AU - Holien, Jessica K

AU - Jia, Fu

AU - Armstrong, Paul

AU - Hohmann, Jan David

AU - Straub, Andreas

AU - Krippner, Guy Yeoman

AU - Haller, Carolyn A

AU - Domeij, Helena

AU - Hagemeyer, Christoph Eugen

AU - Parker, Michael William

AU - Chaikof, Elliot L

AU - Peter, Karlheinz

PY - 2011

Y1 - 2011

N2 - Therapeutic hypothermia is successfully used, for example, in cardiac surgery to protect organs from ischemia. Cardiosurgical procedures, especially in combination with extracorporeal circulation, and hypothermia itself are potentially prothrombotic. Despite the obvious need, the long half-life of antiplatelet drugs and thus the risk of postoperative bleedings have restricted their use in cardiac surgery. We describe here the design and testing of a unique recombinant hypothermia-controlled antiplatelet fusion protein with the aim of providing increased safety of hypothermia, as well as cardiac surgery. Methods and results-: An elastin-mimetic polypeptide was fused to an activation-specific glycoprotein (GP) IIb/IIIa-blocking single-chain antibody. In silico modeling illustrated the sterical hindrance of a ?-spiral conformation of elastin-mimetic polypeptide preventing the single-chain antibody from inhibiting GPIIb/IIIa at 37?C. Circular dichroism spectra demonstrated reverse temperature transition, and flow cytometry showed binding to and blocking of GPIIb/IIIa at hypothermic body temperature (=32?C) but not at normal body temperature. In vivo thrombosis in mice was selectively inhibited at hypothermia but not at 37?C. Conclusion-: This is the first description of a broadly applicable pharmacological strategy by which the activity of a potential drug can be controlled by temperature. In particular, this drug steerability may provide substantial benefits for antiplatelet therapy.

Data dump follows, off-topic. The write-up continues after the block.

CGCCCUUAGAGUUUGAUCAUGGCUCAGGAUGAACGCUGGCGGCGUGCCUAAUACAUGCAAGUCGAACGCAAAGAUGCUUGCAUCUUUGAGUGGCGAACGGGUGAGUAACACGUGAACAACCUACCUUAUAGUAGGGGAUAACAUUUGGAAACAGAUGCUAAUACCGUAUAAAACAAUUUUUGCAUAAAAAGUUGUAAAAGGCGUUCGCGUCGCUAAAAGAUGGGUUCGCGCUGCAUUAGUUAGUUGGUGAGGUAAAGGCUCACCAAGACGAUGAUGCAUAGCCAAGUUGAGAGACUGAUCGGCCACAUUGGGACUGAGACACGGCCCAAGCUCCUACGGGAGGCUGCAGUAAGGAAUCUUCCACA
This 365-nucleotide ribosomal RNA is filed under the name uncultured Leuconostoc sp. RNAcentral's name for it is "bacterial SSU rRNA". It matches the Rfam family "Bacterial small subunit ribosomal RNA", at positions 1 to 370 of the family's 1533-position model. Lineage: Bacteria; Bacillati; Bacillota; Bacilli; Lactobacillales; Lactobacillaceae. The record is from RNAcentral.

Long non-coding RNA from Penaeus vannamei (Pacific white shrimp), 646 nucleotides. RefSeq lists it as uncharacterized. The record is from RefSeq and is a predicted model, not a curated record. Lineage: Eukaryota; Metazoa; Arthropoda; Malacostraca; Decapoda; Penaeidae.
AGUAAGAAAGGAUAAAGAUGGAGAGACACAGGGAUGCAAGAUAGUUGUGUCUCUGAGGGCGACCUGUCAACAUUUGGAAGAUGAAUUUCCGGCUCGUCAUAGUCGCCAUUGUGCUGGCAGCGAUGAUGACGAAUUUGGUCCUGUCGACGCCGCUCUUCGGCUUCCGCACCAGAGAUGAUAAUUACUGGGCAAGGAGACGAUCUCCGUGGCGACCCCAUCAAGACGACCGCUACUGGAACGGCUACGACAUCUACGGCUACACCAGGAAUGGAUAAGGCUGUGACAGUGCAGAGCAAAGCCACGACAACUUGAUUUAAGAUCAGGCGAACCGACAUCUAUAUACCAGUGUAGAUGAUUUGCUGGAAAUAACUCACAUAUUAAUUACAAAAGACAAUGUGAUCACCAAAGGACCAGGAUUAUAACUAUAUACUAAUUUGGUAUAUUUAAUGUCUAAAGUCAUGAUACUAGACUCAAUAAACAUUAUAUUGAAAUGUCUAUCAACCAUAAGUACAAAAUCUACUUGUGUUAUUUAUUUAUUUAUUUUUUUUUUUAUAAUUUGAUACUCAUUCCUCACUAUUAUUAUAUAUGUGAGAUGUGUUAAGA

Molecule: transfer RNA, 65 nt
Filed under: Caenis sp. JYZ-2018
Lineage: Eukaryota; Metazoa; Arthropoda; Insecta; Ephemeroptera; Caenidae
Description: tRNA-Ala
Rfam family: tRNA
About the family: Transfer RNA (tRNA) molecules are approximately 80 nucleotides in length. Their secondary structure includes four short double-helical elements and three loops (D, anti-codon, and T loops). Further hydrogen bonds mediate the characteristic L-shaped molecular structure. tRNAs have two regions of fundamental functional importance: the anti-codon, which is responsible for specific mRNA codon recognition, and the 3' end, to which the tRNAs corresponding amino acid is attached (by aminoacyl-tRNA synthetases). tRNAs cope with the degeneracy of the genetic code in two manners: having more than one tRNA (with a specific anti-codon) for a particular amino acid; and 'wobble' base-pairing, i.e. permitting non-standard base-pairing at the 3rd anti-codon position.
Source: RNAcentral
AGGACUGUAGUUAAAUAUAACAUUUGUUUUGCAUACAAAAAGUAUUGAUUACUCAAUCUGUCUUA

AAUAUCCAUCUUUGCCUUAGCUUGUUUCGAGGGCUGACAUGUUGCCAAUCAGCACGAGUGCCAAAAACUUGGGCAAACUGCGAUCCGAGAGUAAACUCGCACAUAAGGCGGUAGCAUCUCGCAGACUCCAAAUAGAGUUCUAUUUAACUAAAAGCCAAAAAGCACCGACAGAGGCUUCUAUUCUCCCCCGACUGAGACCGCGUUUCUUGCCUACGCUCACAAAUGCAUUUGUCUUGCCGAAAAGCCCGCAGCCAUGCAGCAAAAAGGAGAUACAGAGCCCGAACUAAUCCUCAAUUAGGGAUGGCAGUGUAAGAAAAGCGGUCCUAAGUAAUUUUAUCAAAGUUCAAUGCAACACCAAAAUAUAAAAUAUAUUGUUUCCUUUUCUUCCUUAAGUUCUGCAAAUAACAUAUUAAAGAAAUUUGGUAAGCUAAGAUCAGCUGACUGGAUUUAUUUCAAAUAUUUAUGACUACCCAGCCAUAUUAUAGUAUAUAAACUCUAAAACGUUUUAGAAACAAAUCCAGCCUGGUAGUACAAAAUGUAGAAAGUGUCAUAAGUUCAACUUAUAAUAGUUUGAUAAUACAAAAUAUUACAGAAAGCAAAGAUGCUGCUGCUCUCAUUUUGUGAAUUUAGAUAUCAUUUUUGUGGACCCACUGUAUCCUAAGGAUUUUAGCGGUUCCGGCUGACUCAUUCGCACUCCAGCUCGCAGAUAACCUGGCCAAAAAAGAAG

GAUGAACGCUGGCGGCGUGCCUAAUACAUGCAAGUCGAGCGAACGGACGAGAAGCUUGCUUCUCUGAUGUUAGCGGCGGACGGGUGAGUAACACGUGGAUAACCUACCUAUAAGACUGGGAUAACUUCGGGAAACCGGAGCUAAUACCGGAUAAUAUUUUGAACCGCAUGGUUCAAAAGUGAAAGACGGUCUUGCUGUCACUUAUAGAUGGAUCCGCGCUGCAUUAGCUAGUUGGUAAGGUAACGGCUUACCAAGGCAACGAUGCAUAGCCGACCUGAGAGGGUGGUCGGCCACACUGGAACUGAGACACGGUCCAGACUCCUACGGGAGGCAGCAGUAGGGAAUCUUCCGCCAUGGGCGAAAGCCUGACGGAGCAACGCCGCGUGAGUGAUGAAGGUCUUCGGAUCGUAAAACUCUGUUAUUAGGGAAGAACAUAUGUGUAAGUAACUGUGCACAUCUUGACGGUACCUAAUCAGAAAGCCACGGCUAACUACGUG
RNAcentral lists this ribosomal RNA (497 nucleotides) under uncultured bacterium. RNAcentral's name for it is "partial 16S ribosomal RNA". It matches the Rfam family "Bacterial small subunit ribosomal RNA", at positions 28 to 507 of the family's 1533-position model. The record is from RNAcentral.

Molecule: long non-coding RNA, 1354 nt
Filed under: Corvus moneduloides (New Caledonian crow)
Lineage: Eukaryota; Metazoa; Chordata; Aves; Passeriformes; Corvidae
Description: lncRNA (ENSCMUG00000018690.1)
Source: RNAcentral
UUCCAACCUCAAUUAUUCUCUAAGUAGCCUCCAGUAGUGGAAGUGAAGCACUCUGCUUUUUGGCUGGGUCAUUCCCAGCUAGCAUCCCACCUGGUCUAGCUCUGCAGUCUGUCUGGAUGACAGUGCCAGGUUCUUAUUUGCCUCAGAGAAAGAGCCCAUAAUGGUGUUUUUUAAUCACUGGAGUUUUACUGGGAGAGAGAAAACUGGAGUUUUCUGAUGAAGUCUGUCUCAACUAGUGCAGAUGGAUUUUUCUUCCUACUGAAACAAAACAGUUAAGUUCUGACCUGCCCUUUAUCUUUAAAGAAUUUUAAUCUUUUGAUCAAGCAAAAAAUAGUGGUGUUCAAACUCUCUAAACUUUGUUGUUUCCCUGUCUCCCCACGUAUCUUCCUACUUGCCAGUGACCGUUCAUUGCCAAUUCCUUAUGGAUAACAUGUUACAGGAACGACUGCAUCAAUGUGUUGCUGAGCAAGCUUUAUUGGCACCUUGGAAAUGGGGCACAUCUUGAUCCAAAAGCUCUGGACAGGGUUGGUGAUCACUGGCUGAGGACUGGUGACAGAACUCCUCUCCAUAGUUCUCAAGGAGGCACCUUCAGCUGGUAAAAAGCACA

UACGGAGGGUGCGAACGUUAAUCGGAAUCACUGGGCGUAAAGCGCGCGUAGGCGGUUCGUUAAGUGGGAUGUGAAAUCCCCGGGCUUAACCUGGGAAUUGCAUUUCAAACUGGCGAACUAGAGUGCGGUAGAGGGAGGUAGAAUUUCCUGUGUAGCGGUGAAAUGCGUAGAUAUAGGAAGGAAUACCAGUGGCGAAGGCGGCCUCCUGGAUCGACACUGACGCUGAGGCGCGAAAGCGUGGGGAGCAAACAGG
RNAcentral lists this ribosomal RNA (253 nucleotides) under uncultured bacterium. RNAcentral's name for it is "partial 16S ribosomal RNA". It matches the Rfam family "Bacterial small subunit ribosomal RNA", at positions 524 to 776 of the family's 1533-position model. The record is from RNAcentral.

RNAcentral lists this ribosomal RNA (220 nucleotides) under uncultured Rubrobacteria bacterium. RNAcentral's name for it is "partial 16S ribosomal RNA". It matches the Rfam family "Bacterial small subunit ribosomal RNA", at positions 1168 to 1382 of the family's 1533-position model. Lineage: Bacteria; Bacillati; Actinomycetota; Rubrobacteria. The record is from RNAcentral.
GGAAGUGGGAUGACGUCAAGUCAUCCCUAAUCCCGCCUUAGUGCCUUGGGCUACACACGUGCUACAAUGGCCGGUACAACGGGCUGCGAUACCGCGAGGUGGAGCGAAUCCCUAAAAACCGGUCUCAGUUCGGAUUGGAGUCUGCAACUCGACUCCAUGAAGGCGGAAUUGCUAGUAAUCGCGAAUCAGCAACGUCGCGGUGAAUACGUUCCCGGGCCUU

AB - Therapeutic hypothermia is successfully used, for example, in cardiac surgery to protect organs from ischemia. Cardiosurgical procedures, especially in combination with extracorporeal circulation, and hypothermia itself are potentially prothrombotic. Despite the obvious need, the long half-life of antiplatelet drugs and thus the risk of postoperative bleedings have restricted their use in cardiac surgery. We describe here the design and testing of a unique recombinant hypothermia-controlled antiplatelet fusion protein with the aim of providing increased safety of hypothermia, as well as cardiac surgery. Methods and results-: An elastin-mimetic polypeptide was fused to an activation-specific glycoprotein (GP) IIb/IIIa-blocking single-chain antibody. In silico modeling illustrated the sterical hindrance of a ?-spiral conformation of elastin-mimetic polypeptide preventing the single-chain antibody from inhibiting GPIIb/IIIa at 37?C. Circular dichroism spectra demonstrated reverse temperature transition, and flow cytometry showed binding to and blocking of GPIIb/IIIa at hypothermic body temperature (=32?C) but not at normal body temperature. In vivo thrombosis in mice was selectively inhibited at hypothermia but not at 37?C. Conclusion-: This is the first description of a broadly applicable pharmacological strategy by which the activity of a potential drug can be controlled by temperature. In particular, this drug steerability may provide substantial benefits for antiplatelet therapy.

UR - http://atvb.ahajournals.org/content/31/9/2015

U2 - 10.1161/ATVBAHA.111.226241

DO - 10.1161/ATVBAHA.111.226241

M3 - Article

VL - 31

SP - 2015

EP - 2023

JO - Arteriosclerosis, Thrombosis and Vascular Biology

JF - Arteriosclerosis, Thrombosis and Vascular Biology

SN - 1079-5642

IS - 9

ER -